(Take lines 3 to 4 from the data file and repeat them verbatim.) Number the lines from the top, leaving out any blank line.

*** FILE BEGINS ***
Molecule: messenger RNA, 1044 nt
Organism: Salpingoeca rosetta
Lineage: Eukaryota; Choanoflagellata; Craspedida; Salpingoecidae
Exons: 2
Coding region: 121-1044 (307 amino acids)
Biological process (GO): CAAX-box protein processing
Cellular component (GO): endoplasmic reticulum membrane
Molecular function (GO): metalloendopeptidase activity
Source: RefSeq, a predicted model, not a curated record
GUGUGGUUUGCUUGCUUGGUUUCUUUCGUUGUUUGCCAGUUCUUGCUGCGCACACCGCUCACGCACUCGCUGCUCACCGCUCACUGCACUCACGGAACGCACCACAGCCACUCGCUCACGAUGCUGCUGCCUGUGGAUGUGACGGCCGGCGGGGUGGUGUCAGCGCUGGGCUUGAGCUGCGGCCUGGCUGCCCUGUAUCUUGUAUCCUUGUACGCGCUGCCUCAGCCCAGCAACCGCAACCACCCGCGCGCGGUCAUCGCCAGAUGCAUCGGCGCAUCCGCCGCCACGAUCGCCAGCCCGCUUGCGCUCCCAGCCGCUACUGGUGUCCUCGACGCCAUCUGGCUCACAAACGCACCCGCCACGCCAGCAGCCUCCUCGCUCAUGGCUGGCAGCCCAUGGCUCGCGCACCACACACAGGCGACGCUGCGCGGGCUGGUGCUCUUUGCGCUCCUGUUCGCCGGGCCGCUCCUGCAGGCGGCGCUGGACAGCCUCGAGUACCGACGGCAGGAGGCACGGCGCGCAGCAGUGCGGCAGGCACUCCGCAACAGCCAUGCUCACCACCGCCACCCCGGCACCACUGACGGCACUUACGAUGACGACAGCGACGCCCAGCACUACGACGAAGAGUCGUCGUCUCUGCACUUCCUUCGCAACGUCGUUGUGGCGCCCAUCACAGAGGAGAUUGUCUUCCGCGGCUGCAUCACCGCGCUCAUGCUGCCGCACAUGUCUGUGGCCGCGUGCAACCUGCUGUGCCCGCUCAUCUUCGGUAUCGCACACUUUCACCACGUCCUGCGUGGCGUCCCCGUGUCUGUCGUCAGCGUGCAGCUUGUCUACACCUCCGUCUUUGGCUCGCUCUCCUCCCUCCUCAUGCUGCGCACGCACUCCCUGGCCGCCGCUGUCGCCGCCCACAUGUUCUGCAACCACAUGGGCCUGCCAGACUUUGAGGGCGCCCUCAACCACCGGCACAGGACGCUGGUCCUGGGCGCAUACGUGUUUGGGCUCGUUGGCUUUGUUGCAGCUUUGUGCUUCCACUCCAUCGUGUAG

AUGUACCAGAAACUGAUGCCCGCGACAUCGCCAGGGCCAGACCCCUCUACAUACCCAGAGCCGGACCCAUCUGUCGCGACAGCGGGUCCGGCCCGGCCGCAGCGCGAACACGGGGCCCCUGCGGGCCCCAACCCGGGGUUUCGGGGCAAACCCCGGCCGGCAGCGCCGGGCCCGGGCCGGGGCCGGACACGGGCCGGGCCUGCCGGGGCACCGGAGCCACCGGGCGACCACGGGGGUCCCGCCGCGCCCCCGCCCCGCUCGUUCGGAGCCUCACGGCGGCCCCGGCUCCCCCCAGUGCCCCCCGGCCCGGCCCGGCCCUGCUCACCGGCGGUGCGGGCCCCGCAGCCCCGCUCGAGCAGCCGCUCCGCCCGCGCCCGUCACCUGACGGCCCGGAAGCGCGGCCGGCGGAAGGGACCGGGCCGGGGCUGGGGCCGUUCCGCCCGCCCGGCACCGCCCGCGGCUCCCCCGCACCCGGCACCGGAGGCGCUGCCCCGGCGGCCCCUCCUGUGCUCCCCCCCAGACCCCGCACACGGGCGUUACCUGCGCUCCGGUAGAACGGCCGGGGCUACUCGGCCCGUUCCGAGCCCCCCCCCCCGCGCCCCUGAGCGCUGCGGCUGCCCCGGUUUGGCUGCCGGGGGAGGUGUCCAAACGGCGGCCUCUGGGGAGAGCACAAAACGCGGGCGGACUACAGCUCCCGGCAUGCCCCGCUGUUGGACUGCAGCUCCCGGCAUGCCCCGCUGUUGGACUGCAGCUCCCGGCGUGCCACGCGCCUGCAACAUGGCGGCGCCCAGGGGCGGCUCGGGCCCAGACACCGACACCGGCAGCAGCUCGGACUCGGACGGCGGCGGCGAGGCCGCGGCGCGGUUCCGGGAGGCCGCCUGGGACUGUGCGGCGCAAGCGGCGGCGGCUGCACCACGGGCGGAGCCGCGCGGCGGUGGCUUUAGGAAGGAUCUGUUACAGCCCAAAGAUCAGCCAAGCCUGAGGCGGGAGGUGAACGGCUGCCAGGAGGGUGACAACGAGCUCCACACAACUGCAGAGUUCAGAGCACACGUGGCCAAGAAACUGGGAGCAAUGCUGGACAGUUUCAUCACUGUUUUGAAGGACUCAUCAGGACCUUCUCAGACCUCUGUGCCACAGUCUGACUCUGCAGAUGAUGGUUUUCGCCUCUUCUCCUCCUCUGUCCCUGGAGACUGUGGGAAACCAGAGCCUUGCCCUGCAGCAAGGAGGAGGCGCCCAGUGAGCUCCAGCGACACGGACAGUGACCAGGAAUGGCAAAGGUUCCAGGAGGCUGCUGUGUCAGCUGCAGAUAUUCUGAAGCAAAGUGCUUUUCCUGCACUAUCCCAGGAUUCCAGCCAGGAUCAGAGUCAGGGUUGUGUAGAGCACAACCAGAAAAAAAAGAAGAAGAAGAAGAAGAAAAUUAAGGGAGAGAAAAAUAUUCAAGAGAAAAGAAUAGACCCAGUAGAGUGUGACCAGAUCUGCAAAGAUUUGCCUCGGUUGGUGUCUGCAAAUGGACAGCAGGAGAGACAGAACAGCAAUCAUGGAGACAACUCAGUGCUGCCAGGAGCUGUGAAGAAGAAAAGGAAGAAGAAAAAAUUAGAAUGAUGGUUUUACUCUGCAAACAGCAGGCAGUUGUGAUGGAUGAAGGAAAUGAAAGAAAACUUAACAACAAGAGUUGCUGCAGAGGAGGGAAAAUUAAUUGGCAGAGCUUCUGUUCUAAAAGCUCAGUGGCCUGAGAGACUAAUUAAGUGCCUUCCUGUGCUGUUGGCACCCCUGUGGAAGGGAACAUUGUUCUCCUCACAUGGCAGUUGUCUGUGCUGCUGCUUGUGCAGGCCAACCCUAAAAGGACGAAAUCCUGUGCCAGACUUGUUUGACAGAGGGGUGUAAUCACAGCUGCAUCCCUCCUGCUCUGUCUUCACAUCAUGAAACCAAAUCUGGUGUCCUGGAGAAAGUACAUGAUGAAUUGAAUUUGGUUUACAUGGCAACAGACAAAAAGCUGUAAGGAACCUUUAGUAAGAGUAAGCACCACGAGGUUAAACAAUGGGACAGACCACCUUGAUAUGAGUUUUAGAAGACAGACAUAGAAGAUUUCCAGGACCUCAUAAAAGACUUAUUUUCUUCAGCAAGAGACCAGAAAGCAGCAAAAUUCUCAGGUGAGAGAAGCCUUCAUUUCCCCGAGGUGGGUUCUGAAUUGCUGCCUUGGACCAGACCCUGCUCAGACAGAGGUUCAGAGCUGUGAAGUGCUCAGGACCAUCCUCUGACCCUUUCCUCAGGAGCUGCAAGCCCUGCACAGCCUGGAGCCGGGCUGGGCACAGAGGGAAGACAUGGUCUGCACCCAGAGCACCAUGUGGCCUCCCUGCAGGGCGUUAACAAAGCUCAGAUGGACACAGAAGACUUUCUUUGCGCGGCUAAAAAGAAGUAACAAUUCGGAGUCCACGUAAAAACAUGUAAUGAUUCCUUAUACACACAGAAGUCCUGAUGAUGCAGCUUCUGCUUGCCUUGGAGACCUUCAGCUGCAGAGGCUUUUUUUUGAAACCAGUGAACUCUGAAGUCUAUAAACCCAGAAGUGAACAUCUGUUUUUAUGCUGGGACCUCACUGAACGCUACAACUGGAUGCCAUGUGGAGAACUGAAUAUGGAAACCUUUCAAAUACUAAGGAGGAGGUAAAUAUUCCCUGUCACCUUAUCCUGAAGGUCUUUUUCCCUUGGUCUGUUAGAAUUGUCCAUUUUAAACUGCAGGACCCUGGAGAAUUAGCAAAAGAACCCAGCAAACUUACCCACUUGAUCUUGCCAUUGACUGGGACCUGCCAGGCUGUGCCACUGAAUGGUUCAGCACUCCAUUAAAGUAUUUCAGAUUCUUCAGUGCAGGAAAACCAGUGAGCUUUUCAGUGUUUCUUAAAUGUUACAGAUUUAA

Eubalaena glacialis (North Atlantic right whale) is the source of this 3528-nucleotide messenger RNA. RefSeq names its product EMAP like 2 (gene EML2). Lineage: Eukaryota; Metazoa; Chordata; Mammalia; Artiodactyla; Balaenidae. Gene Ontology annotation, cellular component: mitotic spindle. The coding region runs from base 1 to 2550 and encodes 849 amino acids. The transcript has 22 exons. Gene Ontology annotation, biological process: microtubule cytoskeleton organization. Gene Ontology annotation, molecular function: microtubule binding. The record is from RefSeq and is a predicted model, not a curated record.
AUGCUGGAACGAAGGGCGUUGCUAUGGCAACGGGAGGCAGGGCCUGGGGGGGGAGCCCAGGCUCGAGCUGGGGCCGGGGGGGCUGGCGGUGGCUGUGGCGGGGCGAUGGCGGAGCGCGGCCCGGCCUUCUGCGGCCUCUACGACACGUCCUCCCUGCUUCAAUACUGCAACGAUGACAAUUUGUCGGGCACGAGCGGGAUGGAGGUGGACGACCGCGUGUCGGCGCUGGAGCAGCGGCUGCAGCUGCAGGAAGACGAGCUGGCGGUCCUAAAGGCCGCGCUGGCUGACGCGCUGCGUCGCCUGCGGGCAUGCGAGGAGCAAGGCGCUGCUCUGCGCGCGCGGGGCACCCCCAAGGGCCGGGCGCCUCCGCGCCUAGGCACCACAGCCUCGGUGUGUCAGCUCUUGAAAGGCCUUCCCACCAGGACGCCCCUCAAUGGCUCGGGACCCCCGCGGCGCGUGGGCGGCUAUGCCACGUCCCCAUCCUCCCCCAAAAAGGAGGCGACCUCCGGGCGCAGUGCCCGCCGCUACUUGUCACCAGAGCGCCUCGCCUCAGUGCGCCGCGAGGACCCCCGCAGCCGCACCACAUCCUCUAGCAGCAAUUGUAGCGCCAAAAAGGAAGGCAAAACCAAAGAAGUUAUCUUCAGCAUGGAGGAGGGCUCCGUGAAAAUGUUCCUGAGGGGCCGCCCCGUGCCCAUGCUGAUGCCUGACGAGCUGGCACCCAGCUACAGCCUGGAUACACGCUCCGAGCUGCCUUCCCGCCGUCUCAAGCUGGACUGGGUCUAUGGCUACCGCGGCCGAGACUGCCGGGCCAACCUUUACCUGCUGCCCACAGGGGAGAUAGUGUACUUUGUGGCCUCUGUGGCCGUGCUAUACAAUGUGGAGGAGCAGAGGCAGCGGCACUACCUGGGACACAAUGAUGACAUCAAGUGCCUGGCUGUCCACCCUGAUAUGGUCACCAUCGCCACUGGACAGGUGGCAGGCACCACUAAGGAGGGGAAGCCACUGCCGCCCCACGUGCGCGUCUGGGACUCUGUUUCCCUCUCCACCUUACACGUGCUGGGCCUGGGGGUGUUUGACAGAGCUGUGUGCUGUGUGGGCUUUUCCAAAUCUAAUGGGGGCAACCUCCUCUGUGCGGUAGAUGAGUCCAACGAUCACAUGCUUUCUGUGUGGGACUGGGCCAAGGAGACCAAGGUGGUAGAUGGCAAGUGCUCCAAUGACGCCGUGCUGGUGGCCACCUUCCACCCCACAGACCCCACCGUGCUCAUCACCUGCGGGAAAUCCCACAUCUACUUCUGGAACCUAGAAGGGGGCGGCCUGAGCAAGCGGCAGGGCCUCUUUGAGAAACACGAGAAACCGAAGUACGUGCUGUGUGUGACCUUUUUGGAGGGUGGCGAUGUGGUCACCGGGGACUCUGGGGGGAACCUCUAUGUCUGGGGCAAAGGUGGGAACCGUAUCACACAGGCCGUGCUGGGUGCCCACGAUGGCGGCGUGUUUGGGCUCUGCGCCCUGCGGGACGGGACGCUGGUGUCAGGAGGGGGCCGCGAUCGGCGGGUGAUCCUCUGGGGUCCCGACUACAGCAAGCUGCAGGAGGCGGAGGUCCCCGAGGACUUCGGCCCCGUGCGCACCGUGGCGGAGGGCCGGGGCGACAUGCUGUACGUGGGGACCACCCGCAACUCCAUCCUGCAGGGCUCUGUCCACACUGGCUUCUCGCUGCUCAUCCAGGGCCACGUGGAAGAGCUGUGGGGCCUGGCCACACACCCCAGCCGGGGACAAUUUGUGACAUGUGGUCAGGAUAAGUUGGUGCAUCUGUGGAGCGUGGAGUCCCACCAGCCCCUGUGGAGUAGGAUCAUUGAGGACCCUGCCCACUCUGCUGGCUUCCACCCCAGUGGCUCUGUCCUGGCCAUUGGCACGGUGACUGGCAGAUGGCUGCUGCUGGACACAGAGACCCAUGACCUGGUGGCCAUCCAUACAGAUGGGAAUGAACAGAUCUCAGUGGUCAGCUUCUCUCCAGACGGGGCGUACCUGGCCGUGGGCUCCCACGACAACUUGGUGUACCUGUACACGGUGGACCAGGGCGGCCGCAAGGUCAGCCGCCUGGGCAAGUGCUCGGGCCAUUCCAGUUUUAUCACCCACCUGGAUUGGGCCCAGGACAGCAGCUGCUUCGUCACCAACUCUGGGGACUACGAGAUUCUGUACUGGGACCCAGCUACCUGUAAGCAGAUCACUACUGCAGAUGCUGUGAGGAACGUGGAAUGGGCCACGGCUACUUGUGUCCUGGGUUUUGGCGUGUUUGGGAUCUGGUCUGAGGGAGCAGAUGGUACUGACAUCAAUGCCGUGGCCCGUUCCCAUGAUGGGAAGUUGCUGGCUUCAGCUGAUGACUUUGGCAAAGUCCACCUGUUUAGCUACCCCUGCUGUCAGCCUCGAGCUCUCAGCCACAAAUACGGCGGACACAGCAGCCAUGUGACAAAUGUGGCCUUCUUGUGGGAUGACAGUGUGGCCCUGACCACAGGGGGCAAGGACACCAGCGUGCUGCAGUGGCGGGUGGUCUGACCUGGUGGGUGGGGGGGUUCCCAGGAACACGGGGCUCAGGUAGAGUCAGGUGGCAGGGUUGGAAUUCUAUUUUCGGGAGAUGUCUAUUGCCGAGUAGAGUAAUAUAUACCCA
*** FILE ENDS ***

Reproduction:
Lineage: Eukaryota; Choanoflagellata; Craspedida; Salpingoecidae
Exons: 2